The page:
Background. There is an increasing trend toward work hour restrictions for doctors world wide. These reforms have been inspired, in part, by the assertion by some that the fatigued physician is more prone to making errors. Interestingly, there is very little in the way of objective data with regard to the effects of sleep deprivation on patient outcomes. We have recently studied this in attending surgeons. The present study focused on thoracic surgical residents. Our hypothesis was that acute sleep deprivation would not lead to an increase in operative times or complications. Methods. A retrospective review of all cases performed by thoracic surgical residents at the University of Virginia from January 1994 to March of 2004 was done. Complication rates of cases performed by "sleep deprived" (SD) residents were compared with cases done when the residents were "not sleep deprived" (NSD). A resident was deemed sleep deprived if he or she performed a case the previous evening that started between 10 pm and 5 am or ended between the hours of 11 pm and 7:30 am. Results. A total of 7,323 cases were recorded in the STS database over the 10-year period examined. Two hundred and twenty-nine of these cases (3%) were performed by SD residents. Mortality rates for coronary artery bypass operations showed no significant differences (2.1% [SD = 3 of 141 patients] vs 3.1% (NSD = 143 of 4452 patients), p = 0.63). A comparison of operative, neurologic, renal, infectious, and pulmonary complications as well as cardiopulmonary bypass times, cross-clamp times, the use of blood products, and length of stay also demonstrated no significant differences between groups. Conclusions. Acute sleep deprivation in thoracic surgical residents does not affect operative efficiency, morbidity, or mortality in cardiac surgical operations.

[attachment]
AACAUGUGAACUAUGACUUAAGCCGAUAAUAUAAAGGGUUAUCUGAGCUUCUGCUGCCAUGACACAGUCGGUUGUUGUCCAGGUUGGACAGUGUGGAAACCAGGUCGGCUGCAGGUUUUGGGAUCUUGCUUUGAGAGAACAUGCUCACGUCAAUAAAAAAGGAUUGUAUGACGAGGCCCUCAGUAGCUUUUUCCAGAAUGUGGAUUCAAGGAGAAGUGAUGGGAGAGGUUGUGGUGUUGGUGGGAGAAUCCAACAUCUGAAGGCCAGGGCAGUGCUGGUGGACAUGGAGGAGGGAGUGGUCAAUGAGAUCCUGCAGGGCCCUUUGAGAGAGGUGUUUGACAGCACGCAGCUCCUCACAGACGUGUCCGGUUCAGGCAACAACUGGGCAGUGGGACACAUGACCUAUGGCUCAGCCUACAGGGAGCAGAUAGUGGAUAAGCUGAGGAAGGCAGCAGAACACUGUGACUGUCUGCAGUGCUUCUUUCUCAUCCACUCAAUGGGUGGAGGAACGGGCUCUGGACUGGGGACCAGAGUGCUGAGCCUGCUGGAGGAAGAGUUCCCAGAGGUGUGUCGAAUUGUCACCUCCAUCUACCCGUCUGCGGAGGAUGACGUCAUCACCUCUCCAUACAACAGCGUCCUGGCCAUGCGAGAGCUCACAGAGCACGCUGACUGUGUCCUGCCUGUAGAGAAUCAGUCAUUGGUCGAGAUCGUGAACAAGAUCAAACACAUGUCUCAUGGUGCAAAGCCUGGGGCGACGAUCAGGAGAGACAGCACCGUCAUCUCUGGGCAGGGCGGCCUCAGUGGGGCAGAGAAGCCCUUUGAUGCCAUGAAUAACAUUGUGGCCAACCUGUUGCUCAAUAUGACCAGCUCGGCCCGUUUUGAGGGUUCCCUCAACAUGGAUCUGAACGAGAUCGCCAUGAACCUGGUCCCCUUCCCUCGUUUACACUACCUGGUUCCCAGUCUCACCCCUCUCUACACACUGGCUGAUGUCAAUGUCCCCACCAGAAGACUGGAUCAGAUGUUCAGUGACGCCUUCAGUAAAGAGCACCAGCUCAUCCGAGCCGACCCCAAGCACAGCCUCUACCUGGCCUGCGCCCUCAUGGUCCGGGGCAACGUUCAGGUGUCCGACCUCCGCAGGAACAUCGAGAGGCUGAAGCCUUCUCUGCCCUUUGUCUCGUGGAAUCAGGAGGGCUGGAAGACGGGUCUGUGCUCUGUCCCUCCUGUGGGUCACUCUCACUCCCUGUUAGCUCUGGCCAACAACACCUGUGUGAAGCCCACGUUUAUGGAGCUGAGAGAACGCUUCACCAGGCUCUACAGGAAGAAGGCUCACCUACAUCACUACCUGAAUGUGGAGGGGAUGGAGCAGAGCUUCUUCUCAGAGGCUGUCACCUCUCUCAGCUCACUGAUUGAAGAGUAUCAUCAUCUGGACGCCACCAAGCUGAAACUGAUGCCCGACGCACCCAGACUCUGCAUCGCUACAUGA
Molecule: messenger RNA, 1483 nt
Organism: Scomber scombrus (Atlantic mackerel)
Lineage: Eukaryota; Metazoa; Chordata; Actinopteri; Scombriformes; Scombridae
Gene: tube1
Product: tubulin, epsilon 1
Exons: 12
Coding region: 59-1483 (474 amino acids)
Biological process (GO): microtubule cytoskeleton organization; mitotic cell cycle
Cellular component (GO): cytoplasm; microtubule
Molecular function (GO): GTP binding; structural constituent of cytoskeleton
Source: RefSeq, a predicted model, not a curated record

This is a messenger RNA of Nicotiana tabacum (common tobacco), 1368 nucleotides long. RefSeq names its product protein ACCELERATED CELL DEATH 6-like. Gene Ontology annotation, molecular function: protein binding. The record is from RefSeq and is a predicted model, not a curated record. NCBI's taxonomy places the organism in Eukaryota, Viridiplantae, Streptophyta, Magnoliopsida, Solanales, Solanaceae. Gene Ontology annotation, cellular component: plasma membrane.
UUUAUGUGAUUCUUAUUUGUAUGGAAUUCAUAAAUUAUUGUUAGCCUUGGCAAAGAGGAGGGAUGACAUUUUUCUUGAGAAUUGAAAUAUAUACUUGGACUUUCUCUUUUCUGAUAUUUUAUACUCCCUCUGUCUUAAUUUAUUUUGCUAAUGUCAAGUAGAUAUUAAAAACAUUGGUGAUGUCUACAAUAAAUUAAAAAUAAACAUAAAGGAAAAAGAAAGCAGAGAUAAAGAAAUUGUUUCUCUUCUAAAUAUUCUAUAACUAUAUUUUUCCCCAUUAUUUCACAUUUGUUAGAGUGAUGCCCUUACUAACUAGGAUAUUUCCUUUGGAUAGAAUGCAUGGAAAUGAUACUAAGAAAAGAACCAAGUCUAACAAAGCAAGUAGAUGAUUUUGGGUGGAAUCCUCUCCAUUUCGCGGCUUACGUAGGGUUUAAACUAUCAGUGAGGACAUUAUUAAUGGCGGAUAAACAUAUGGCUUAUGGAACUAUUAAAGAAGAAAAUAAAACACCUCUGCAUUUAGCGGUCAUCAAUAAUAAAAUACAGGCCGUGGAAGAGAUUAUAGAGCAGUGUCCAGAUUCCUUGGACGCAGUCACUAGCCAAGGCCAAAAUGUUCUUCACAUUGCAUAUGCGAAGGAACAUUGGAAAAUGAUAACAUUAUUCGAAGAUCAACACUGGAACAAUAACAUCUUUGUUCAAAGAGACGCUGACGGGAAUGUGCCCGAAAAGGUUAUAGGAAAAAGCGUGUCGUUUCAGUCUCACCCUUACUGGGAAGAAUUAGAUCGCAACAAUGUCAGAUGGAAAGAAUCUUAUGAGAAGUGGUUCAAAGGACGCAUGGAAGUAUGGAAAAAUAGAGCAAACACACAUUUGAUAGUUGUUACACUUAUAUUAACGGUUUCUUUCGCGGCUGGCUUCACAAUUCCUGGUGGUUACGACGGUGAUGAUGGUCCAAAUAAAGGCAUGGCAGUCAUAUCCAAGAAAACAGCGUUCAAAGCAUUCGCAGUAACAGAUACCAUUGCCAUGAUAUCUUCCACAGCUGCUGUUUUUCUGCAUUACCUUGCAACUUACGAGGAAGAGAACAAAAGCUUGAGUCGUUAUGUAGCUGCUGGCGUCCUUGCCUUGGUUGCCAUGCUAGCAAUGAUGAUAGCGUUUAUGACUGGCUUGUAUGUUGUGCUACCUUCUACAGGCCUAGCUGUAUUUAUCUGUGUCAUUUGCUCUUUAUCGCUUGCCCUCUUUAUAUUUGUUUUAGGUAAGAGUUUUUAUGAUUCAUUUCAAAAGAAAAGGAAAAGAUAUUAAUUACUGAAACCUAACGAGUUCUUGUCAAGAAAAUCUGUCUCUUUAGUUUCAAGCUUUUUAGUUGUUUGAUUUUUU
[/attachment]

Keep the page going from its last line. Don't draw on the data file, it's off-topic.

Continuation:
ASJC Scopus subject areas
- Pulmonary and Respiratory Medicine
- Cardiology and Cardiovascular Medicine